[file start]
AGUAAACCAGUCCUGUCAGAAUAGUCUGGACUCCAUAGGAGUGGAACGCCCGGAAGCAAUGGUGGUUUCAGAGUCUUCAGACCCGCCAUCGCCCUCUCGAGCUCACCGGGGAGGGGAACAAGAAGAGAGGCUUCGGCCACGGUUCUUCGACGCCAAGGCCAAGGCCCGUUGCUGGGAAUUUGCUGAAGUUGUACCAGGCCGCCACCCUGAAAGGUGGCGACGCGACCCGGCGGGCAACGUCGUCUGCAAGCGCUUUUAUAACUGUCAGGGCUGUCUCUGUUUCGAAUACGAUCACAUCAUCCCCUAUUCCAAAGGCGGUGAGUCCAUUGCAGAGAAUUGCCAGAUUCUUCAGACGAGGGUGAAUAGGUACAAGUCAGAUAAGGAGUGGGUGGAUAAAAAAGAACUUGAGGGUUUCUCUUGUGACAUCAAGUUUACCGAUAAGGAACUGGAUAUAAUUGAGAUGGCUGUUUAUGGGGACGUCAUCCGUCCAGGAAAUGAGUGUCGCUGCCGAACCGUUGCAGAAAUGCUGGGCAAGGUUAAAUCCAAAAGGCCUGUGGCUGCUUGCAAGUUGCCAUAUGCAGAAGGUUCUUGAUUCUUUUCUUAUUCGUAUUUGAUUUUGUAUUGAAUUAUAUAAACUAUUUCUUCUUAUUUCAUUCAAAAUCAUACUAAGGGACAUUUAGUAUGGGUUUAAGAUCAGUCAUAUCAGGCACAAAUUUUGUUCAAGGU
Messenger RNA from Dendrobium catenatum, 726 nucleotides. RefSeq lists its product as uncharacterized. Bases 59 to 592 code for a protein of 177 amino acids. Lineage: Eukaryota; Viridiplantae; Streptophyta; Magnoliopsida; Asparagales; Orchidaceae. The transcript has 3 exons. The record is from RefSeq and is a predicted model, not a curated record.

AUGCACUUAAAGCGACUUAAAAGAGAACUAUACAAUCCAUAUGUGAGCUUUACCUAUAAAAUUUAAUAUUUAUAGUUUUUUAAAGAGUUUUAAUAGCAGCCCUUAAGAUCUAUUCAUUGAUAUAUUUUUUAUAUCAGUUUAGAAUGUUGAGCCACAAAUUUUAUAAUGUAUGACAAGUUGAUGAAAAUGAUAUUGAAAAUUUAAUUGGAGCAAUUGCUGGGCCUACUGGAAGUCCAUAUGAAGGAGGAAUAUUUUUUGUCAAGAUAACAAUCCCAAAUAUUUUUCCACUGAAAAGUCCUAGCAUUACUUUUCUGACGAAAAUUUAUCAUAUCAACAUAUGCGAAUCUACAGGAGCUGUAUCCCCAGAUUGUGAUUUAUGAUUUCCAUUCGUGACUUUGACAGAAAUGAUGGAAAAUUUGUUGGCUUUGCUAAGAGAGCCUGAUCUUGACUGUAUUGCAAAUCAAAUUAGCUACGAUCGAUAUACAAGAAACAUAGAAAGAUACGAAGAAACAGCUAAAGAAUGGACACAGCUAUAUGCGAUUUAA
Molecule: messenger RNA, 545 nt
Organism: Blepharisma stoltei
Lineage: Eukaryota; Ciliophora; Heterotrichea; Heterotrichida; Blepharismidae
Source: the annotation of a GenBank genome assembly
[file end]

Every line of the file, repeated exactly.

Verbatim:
AGUAAACCAGUCCUGUCAGAAUAGUCUGGACUCCAUAGGAGUGGAACGCCCGGAAGCAAUGGUGGUUUCAGAGUCUUCAGACCCGCCAUCGCCCUCUCGAGCUCACCGGGGAGGGGAACAAGAAGAGAGGCUUCGGCCACGGUUCUUCGACGCCAAGGCCAAGGCCCGUUGCUGGGAAUUUGCUGAAGUUGUACCAGGCCGCCACCCUGAAAGGUGGCGACGCGACCCGGCGGGCAACGUCGUCUGCAAGCGCUUUUAUAACUGUCAGGGCUGUCUCUGUUUCGAAUACGAUCACAUCAUCCCCUAUUCCAAAGGCGGUGAGUCCAUUGCAGAGAAUUGCCAGAUUCUUCAGACGAGGGUGAAUAGGUACAAGUCAGAUAAGGAGUGGGUGGAUAAAAAAGAACUUGAGGGUUUCUCUUGUGACAUCAAGUUUACCGAUAAGGAACUGGAUAUAAUUGAGAUGGCUGUUUAUGGGGACGUCAUCCGUCCAGGAAAUGAGUGUCGCUGCCGAACCGUUGCAGAAAUGCUGGGCAAGGUUAAAUCCAAAAGGCCUGUGGCUGCUUGCAAGUUGCCAUAUGCAGAAGGUUCUUGAUUCUUUUCUUAUUCGUAUUUGAUUUUGUAUUGAAUUAUAUAAACUAUUUCUUCUUAUUUCAUUCAAAAUCAUACUAAGGGACAUUUAGUAUGGGUUUAAGAUCAGUCAUAUCAGGCACAAAUUUUGUUCAAGGU
Messenger RNA from Dendrobium catenatum, 726 nucleotides. RefSeq lists its product as uncharacterized. Bases 59 to 592 code for a protein of 177 amino acids. Lineage: Eukaryota; Viridiplantae; Streptophyta; Magnoliopsida; Asparagales; Orchidaceae. The transcript has 3 exons. The record is from RefSeq and is a predicted model, not a curated record.

AUGCACUUAAAGCGACUUAAAAGAGAACUAUACAAUCCAUAUGUGAGCUUUACCUAUAAAAUUUAAUAUUUAUAGUUUUUUAAAGAGUUUUAAUAGCAGCCCUUAAGAUCUAUUCAUUGAUAUAUUUUUUAUAUCAGUUUAGAAUGUUGAGCCACAAAUUUUAUAAUGUAUGACAAGUUGAUGAAAAUGAUAUUGAAAAUUUAAUUGGAGCAAUUGCUGGGCCUACUGGAAGUCCAUAUGAAGGAGGAAUAUUUUUUGUCAAGAUAACAAUCCCAAAUAUUUUUCCACUGAAAAGUCCUAGCAUUACUUUUCUGACGAAAAUUUAUCAUAUCAACAUAUGCGAAUCUACAGGAGCUGUAUCCCCAGAUUGUGAUUUAUGAUUUCCAUUCGUGACUUUGACAGAAAUGAUGGAAAAUUUGUUGGCUUUGCUAAGAGAGCCUGAUCUUGACUGUAUUGCAAAUCAAAUUAGCUACGAUCGAUAUACAAGAAACAUAGAAAGAUACGAAGAAACAGCUAAAGAAUGGACACAGCUAUAUGCGAUUUAA
Molecule: messenger RNA, 545 nt
Organism: Blepharisma stoltei
Lineage: Eukaryota; Ciliophora; Heterotrichea; Heterotrichida; Blepharismidae
Source: the annotation of a GenBank genome assembly